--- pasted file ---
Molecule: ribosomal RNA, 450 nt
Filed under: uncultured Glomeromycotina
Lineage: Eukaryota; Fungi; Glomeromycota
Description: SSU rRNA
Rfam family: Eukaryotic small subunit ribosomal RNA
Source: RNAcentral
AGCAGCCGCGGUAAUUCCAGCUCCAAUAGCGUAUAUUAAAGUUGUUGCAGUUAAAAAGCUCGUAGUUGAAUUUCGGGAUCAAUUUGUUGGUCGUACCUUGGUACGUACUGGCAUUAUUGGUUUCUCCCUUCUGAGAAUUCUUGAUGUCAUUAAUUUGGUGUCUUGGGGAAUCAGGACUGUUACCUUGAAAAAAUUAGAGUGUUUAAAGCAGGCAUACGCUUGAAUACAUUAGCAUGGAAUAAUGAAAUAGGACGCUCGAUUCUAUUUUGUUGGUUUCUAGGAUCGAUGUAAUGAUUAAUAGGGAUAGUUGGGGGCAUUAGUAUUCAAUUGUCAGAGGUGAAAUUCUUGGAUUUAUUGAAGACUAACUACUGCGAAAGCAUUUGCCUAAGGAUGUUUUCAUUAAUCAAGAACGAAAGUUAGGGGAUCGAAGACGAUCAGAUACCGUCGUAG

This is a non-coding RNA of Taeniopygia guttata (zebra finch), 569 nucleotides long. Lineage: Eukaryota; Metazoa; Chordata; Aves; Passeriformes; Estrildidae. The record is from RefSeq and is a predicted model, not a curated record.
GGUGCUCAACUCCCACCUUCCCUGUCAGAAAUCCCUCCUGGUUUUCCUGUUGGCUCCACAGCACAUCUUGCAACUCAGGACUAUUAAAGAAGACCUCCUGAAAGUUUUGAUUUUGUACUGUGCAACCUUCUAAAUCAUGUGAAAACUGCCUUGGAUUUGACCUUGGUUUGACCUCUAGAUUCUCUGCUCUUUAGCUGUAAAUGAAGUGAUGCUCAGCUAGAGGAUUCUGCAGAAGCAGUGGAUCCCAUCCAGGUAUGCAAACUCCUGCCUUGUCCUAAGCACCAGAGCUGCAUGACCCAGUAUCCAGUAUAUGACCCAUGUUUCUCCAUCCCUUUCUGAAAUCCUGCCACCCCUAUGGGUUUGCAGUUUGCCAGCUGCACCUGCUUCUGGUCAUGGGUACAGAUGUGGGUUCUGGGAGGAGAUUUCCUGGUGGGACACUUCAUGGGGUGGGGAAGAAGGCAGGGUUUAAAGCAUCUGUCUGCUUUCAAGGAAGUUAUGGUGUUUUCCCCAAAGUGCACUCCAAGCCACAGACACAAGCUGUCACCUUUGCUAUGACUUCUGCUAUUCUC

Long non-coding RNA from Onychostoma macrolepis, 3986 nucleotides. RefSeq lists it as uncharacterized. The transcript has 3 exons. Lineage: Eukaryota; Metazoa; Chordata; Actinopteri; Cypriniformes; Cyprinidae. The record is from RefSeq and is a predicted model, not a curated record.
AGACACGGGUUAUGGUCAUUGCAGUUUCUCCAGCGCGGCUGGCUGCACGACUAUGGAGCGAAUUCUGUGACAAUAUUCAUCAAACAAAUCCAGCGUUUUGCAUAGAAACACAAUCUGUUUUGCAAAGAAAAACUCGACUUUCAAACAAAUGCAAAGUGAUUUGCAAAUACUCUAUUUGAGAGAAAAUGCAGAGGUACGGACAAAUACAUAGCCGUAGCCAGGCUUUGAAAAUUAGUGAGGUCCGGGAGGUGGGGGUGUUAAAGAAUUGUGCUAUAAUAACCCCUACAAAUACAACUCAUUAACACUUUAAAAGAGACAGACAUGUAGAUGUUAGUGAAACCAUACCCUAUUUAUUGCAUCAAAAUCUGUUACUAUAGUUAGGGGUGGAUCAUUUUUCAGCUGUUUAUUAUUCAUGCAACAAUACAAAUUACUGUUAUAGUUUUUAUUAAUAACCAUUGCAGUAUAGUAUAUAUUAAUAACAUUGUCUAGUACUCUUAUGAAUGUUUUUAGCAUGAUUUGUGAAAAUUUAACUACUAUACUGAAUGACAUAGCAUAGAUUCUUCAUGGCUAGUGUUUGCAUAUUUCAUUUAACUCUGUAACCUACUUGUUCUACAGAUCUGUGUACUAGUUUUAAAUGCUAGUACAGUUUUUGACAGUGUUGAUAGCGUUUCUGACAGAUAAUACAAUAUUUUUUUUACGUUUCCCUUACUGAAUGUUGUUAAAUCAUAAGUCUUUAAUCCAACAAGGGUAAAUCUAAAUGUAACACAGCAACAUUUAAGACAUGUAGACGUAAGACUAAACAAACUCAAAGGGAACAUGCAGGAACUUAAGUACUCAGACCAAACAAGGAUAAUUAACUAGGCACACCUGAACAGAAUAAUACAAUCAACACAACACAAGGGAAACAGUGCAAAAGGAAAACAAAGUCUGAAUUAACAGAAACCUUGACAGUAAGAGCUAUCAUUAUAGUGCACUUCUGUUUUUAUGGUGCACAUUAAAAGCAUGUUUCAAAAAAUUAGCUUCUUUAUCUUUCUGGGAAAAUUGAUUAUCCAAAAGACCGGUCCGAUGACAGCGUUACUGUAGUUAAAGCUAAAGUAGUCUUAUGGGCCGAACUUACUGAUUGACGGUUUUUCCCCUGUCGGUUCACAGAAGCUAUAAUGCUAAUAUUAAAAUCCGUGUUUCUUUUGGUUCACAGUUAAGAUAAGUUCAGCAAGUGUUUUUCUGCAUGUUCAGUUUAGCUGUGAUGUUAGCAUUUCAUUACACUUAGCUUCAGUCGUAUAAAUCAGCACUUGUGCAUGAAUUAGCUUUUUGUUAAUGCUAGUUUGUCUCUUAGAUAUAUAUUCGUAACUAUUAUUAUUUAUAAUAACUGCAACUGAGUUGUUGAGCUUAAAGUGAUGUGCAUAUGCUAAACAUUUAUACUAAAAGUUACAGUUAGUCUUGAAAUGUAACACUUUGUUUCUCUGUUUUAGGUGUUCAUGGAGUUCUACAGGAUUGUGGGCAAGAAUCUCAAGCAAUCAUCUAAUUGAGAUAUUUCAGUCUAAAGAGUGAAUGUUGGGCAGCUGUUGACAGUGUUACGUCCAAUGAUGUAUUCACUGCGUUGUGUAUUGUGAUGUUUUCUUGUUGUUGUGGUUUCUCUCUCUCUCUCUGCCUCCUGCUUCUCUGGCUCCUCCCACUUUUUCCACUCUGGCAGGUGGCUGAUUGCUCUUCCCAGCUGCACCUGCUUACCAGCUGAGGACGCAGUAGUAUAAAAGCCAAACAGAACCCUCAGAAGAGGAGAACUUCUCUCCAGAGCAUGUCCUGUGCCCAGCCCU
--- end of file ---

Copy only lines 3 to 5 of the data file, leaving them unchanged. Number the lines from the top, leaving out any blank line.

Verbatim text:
Lineage: Eukaryota; Fungi; Glomeromycota
Description: SSU rRNA
Rfam family: Eukaryotic small subunit ribosomal RNA